Like just about everyone else in America, if not the world, I’ve been following news about COVID-19. And like just about everyone else, my life has been disrupted, even though I live in a small town in New Hampshire which at this point has no reported cases. Schools are closed. Restaurants are closed. Theaters are closed. Houses of worship are closed. Even some retail stores are closed. I joke that I’m self-quarantined, but the truth is, I work from home anyway, my wife is visiting family and, well, there’s nowhere to go.
While we’re just starting to see stories about layoffs and plans for factory closings, it’s appeared as if the supply chain has been chugging along. Sure, there’s been a run on food at grocery stores, but at least at the store where I regularly shop, they’re still getting deliveries and the shelves are pretty well stocked first thing in the morning. But at the end of the day yesterday, I got the first inkling about how logistics is being impacted.
Like lots of folks, I’m ordering more online than in the past. While I look like a chubby 64-year-old, I workout every day and have been looking for a reason to purchase a new elliptical machine and exercise bike. On Sunday, I found it, with an online ad from a nationally-known sporting goods chain advertising big discounts on both and a deal on shipping. I not only placed the order, I selected white glove delivery into the room where the equipment will be used and assembly. On Monday, I talked to the delivery company to confirm the details and the date.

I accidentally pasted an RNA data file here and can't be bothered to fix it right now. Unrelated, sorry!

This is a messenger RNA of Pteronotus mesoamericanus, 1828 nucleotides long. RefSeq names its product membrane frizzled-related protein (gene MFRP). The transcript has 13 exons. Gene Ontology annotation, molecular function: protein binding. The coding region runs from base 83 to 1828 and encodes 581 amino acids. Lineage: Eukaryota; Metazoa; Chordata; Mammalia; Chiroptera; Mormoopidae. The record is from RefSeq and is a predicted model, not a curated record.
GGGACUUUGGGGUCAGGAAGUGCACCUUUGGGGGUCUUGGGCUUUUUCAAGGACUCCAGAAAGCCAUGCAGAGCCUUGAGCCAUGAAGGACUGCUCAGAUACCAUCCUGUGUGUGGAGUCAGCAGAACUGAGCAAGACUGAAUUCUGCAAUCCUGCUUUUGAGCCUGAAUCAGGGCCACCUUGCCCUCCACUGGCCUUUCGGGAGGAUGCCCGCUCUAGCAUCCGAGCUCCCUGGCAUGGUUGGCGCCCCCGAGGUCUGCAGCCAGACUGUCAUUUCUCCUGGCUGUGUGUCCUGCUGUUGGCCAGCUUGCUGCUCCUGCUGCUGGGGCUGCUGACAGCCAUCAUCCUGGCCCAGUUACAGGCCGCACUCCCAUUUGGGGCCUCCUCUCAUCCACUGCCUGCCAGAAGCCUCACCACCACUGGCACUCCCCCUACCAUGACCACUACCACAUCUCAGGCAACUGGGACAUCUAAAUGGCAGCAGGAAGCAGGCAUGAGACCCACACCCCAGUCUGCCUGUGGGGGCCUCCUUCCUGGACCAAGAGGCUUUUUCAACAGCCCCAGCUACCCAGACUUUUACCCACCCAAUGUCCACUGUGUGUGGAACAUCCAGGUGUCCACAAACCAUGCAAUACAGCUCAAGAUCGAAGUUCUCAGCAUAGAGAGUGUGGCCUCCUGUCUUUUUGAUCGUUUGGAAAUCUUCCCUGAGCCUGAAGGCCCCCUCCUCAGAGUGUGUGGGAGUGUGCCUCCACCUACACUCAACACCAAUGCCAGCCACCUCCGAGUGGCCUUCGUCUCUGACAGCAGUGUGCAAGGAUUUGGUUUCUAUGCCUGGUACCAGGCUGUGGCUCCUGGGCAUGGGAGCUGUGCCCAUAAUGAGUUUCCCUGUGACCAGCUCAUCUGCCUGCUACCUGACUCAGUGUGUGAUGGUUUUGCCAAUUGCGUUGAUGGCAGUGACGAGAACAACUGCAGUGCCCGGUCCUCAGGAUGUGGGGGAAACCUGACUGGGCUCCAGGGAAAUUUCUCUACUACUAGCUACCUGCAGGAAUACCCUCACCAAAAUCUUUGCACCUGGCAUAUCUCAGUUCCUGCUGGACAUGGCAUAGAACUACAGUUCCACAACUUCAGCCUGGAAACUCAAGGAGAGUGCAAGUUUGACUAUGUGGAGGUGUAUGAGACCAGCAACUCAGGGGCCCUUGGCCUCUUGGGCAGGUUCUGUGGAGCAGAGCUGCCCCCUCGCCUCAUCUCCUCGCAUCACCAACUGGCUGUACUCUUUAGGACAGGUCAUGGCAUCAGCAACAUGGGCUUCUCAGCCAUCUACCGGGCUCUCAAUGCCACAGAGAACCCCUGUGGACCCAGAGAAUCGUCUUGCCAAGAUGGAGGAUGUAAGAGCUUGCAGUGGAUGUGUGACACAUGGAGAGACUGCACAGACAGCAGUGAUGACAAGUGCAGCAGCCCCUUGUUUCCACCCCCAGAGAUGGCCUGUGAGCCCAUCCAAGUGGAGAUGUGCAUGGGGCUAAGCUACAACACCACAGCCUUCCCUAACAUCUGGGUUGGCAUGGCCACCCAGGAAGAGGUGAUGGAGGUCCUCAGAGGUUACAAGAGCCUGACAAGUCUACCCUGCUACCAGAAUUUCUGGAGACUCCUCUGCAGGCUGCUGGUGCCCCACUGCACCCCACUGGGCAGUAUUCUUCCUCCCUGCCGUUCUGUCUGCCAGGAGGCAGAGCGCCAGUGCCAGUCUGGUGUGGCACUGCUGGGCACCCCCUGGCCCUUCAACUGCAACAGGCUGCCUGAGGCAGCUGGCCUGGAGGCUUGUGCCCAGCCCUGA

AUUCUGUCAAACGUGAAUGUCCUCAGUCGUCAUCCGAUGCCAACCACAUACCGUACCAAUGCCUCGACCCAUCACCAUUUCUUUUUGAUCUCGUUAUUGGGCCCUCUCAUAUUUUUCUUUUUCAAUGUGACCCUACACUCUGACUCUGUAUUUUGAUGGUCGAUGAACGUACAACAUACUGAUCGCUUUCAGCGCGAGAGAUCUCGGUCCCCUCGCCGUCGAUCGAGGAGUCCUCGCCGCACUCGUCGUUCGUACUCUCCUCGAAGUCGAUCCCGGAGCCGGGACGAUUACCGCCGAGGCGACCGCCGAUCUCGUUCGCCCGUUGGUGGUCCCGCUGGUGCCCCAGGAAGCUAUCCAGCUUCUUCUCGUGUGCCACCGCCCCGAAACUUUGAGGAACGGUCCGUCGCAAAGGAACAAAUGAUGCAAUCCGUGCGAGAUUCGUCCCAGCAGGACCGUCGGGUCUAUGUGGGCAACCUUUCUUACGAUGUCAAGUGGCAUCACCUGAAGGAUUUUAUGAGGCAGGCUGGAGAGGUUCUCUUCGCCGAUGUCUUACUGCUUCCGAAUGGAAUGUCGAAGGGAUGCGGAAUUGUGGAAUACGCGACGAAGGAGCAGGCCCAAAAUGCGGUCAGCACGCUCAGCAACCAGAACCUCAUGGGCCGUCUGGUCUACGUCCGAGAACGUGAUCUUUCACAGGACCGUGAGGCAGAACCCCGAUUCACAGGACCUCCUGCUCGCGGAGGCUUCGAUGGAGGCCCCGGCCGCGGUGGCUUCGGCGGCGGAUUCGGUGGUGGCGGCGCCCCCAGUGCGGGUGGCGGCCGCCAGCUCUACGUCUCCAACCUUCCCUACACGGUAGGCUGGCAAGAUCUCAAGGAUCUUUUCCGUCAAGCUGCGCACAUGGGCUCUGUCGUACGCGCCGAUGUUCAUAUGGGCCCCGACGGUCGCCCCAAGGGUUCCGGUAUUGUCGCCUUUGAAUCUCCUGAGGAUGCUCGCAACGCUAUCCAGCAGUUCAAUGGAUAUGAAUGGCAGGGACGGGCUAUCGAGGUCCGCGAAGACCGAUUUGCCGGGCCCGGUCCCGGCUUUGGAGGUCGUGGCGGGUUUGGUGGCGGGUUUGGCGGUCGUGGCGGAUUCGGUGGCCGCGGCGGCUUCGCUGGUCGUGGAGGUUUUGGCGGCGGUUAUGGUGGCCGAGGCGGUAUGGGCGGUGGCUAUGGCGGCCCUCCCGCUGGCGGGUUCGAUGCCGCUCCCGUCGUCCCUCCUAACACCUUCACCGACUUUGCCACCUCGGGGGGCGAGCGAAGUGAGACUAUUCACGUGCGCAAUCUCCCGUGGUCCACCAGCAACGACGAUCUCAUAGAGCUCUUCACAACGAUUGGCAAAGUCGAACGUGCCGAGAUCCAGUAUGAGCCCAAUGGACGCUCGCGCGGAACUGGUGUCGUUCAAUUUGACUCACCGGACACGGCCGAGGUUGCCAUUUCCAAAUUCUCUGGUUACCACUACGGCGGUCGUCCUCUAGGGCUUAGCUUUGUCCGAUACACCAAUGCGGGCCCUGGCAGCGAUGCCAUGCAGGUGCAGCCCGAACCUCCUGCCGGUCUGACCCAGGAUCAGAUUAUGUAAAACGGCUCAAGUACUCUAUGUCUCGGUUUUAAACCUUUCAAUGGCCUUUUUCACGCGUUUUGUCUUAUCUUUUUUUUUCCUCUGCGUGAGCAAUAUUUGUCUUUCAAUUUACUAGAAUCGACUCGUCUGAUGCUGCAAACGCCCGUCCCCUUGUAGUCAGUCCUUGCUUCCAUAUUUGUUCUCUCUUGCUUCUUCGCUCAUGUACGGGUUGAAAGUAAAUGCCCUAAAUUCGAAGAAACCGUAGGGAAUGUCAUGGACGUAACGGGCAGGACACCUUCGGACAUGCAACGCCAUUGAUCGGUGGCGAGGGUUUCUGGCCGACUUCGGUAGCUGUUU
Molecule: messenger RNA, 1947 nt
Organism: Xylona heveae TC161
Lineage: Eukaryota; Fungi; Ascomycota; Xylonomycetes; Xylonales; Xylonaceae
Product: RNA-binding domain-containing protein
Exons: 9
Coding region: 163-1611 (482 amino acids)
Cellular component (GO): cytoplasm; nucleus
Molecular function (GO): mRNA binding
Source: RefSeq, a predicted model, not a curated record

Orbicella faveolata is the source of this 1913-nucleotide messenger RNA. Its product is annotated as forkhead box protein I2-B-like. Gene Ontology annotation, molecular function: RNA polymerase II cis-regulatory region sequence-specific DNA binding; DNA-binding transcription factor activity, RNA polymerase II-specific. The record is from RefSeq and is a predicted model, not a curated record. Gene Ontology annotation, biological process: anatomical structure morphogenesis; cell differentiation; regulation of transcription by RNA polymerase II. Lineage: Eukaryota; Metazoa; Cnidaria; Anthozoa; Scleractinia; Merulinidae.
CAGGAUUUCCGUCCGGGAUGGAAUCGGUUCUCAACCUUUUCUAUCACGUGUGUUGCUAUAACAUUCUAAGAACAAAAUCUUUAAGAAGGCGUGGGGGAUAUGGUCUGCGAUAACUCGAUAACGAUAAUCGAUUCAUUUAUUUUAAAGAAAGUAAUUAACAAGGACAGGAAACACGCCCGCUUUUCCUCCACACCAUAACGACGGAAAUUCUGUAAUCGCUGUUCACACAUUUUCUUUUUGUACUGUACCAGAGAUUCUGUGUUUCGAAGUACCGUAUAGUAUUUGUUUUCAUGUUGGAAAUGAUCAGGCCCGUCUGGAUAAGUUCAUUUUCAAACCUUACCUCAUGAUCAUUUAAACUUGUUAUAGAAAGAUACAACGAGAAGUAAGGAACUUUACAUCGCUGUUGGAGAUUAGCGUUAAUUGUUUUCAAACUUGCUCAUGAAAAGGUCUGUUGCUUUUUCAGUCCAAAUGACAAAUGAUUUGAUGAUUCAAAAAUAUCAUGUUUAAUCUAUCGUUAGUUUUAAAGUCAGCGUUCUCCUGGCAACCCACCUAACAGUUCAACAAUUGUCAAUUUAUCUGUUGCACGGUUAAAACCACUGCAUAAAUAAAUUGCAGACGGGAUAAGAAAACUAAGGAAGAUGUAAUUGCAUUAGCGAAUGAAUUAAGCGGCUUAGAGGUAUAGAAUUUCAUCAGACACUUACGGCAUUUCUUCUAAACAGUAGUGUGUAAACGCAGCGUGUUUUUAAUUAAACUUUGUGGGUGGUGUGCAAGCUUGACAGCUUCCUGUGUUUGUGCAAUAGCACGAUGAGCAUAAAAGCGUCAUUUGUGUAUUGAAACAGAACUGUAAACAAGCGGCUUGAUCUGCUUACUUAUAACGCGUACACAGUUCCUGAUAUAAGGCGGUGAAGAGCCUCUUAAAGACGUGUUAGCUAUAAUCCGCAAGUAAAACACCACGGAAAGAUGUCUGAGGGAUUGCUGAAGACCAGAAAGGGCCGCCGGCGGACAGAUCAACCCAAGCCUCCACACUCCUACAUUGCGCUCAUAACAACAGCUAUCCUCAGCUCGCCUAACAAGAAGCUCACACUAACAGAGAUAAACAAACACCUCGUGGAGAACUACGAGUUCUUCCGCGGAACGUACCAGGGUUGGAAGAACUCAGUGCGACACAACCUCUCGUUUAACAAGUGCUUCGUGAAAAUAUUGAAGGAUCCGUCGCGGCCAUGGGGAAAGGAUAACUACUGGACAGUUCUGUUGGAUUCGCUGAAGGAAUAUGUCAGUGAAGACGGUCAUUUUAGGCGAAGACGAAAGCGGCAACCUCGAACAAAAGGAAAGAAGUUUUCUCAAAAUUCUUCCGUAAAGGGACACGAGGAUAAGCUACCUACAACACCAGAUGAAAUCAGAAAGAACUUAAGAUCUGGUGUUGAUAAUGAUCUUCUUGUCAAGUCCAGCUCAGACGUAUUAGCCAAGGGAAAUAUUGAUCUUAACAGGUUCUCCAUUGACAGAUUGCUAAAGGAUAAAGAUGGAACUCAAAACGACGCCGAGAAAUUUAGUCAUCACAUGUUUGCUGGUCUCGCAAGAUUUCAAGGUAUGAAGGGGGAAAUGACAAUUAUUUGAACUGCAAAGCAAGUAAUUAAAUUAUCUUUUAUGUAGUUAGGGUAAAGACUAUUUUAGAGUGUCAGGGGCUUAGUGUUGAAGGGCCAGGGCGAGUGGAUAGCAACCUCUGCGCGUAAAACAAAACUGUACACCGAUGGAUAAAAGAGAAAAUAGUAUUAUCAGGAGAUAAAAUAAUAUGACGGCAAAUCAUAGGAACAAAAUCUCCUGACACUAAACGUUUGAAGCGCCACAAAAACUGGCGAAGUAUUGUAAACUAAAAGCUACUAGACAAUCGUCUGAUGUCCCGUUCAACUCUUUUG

Yesterday, Wednesday, around 5 PM, I got a call from the sporting goods chain: As of that morning, the delivery company I’d talked to on Monday was no longer willing to bring the equipment into the house or do the assembly. They would leave it in my garage or on my porch, but that’s as far as they’d go until this has passed. Another anecdotal instance: I was talking to a supply chain executive at a well-known e-commerce company the other day who told me that they are shutting down their warehouses as of this Friday. If they’re not picking orders, they won’t be shipping.
I get it, which is the reason I didn’t make a stink about it. I’ll figure out a way to get it up the stairs and assembled. But, I have to believe that conversations like these are going on all around the country. Services that the companies we work for have offered as a competitive advantage, like white glove logistics, and that we as consumers have come to take for granted and are willing to pay for, are going to be put on pause.
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As they used to say on Hill Street Blues, “Let’s be careful out there.”